The last weekend in February has been a fun one for the last seven years. It’s usually the weekend of my daughter’s birthday but sometimes falls the weekend after her actual birthday. We have ridden the train to Fort Worth and participated in some way in the Cowtown races. This year, we did the 10K together on Saturday. The rest of the weekend is ours to enjoy. This year, we just relaxed other than the expo for the event and the 10K we finished early on Saturday.
Giving her this one weekend a month where it’s just mother-daughter, is not really enough to make up for giving all my time to her brother, Chris, whom I care for 24/7. It doesn’t really give her back the time she’s lost these last 11 years. But it’s a special time for her and for me – we spend it together just being us. It’s always loads of fun and she calls all the shots as to where we eat and what we do. This year, planning did not go off without a hitch.
We get some respite through the Advantage program (if you are a caregiver check it out in your state it helps with a lot of things). It wasn’t approved two days before we were to board the train, so I was jumping through mental hoops looking for alternative care for him on Friday. Of course, at the last minute, the approval came through. I don’t understand why something requested weeks ago take to the last minute. It’s like they really don’t care about our feelings – we are just a number on a piece of paper.
Then, my friend who was going to pick Chris up on Friday night fell very ill. Before we board the train I’m trying to jump through hoops to get someone else to take him home and stay with him the first night. It’s all quite funny now – but it wasn’t then.
As caregivers, if we even get a break, it can feel like we are being punished for wanting one. It takes more work to organize all the particulars than it does to just stay home and take care of him. Or at least it feels like it. Overall, it all went well, and he was definitely well cared for and he did very well this time with eating and things like that. Plus, my daughter and I had our special time together and we both got some much-needed downtime. Overall, I’d have to say it was a juggling success. Lol.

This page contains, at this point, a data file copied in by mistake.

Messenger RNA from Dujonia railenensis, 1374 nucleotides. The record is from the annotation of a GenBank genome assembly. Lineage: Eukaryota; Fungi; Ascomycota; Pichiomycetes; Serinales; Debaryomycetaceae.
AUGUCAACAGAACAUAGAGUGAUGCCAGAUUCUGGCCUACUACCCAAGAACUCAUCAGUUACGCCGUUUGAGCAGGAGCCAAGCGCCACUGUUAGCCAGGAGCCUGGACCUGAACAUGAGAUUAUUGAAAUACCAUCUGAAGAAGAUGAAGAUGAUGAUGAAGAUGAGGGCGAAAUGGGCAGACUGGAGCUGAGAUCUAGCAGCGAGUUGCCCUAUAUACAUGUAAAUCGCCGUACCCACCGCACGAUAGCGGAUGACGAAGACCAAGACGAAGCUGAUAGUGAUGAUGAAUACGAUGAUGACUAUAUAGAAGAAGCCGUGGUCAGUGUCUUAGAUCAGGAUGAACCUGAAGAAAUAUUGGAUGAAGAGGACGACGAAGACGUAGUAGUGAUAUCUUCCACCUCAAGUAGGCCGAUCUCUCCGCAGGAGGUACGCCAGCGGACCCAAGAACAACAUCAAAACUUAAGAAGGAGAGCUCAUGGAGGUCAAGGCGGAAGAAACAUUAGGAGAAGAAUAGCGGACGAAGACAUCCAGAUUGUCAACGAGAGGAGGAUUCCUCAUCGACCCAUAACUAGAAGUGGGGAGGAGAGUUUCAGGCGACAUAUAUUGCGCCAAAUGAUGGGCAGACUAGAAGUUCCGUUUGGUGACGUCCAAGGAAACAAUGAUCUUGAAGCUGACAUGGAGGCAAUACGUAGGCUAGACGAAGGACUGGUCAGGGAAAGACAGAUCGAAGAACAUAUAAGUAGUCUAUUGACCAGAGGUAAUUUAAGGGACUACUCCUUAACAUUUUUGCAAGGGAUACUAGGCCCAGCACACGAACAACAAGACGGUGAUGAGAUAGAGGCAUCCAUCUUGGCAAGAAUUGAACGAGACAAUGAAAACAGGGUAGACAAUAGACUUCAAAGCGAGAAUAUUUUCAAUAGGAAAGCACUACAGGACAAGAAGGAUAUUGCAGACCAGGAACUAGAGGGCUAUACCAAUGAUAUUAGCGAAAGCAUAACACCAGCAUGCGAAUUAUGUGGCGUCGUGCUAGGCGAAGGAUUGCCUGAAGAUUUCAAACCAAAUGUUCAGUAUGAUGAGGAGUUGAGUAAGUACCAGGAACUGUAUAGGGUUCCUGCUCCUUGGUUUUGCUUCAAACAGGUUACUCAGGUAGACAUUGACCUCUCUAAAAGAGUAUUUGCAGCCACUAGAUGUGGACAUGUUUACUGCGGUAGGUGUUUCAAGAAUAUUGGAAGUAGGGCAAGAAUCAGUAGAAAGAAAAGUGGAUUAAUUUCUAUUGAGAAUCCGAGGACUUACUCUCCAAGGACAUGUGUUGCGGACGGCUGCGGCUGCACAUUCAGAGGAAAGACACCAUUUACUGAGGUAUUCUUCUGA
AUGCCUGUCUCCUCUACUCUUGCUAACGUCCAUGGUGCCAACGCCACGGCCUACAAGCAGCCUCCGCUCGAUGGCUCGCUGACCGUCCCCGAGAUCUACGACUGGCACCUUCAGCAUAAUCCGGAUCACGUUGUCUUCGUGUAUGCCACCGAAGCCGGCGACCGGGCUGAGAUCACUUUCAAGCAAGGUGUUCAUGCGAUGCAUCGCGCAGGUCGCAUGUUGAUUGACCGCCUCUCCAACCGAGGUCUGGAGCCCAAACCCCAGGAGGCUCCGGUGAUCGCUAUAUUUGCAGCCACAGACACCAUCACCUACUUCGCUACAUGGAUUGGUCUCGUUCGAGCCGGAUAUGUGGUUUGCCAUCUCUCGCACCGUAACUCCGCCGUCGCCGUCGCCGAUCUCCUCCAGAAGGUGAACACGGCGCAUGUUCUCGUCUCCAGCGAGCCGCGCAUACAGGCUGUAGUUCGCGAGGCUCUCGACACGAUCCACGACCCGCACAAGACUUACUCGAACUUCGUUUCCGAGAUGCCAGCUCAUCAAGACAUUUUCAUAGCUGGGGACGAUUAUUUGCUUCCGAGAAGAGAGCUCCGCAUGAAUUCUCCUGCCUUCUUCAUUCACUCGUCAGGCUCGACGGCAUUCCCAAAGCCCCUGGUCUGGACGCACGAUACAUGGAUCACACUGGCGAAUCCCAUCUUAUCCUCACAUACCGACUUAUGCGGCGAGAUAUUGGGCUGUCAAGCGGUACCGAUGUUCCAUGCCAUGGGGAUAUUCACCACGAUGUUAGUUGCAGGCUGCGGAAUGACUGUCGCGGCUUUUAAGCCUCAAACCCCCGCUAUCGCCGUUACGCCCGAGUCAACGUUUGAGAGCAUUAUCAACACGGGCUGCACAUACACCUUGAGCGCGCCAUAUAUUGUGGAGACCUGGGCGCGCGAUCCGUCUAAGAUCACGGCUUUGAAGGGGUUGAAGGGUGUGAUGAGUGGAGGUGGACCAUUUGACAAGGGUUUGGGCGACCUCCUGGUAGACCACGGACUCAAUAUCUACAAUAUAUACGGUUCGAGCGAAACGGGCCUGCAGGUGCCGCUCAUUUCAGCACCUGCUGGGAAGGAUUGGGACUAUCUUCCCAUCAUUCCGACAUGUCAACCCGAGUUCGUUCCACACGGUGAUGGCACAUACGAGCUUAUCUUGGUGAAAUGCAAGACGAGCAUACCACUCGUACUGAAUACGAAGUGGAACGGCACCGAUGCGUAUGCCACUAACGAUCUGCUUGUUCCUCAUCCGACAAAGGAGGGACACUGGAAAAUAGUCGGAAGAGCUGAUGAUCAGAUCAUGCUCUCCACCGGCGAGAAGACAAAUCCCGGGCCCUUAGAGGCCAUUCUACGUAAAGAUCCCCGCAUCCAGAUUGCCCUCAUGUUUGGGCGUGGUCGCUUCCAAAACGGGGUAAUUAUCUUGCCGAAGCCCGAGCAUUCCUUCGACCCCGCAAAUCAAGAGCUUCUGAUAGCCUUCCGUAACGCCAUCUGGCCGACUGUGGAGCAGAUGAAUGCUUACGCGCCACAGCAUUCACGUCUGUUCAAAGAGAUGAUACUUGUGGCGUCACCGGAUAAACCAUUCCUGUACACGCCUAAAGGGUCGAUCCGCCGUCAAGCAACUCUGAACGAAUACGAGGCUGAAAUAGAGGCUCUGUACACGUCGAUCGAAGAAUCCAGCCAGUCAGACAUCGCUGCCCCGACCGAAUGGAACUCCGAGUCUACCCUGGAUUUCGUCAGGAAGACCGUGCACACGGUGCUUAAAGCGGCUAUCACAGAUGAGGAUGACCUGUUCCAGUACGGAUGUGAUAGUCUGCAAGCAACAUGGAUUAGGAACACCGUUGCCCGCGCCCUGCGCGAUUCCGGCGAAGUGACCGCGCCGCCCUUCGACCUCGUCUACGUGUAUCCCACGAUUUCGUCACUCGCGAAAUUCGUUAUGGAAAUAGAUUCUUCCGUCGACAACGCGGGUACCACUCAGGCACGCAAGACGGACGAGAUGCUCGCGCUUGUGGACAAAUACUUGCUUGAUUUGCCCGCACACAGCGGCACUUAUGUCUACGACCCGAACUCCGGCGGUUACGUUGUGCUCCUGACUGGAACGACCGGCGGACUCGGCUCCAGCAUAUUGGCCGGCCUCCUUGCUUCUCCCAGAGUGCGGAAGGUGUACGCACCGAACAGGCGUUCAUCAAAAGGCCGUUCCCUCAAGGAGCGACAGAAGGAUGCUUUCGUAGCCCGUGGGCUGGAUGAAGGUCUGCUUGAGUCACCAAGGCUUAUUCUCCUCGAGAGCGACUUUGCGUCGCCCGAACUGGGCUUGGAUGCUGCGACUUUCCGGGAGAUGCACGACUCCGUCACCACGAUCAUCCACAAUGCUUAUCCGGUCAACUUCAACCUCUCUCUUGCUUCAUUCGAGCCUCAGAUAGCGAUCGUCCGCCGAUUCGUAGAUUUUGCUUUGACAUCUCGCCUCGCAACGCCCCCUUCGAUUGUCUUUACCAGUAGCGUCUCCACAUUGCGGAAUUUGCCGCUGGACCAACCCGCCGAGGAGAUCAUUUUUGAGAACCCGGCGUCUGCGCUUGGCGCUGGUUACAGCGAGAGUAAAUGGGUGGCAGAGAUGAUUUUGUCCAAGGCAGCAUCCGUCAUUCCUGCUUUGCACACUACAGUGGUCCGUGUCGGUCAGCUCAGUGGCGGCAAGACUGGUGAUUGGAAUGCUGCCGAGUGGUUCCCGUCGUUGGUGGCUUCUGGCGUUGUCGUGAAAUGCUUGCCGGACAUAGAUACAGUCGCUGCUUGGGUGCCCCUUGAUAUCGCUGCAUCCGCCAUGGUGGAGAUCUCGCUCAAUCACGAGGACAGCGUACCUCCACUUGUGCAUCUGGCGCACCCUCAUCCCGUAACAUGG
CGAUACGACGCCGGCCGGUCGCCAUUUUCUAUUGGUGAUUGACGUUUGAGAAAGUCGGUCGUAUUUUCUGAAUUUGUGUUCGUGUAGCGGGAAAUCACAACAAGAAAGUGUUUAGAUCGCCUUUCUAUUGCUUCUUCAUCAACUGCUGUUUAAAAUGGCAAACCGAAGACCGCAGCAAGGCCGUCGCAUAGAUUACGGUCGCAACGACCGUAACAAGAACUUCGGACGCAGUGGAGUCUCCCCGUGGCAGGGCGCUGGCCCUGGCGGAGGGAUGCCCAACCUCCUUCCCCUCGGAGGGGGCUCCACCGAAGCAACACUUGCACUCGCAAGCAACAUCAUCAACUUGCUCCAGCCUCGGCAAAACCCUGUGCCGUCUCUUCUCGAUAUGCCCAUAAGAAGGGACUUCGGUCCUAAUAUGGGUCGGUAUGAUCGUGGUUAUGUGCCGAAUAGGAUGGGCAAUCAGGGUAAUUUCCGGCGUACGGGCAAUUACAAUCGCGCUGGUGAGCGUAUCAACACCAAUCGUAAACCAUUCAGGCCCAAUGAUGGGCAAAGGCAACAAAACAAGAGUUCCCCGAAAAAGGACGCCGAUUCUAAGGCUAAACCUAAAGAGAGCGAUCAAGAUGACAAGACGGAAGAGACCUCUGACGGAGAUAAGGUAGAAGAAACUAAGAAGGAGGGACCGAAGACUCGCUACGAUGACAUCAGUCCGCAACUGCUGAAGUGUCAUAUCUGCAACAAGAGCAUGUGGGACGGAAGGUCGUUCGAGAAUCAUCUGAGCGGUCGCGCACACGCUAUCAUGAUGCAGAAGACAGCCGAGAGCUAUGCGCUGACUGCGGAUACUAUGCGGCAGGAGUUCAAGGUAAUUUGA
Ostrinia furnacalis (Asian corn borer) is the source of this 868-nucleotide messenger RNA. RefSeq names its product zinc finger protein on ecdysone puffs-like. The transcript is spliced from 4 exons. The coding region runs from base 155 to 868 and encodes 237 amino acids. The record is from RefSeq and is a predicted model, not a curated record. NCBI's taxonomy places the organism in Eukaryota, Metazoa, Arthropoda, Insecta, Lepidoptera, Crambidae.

Sometimes I wonder if God is looking down on my juggling act and shaking His head. Maybe He is burying His face in His hands. But juggling isn’t a one time a year thing for us caregivers. Many don’t even get that opportunity. Day after day we juggle caregiving tasks, cooking, work, other children’s needs, and our own needs are the pin that gets dropped while we try to keep everything else in the juggle. I know He sees each of us and He understands, even when He seems silent.
I’ve said many times, that God doesn’t make a convenient exit just because life gets ugly. He never stops painting because the picture isn’t pretty. He doesn’t stop listening when life’s song sounds out of key. 1 Timothy 2: 19 reminds us that the foundation of God stands firm and He knows those who are His and we are still His when we become a caregiver. Our standing with Him is not altered because life throws us a curve. He is with us in the juggle, strengthening us and calling us His own.
Today, in the hustle, I will remind myself I am His. He has not abandoned. He is near. My thoughts will be on His ever-abiding presence and I will lean in to Him to hear His heart still beating for me. I’ll trust Him with today’s juggle as I try to get back into the day-to-day of caregiving. I’ll be grateful and purposefully thank Him for not leaving alone to walk this journey. Will you join me?
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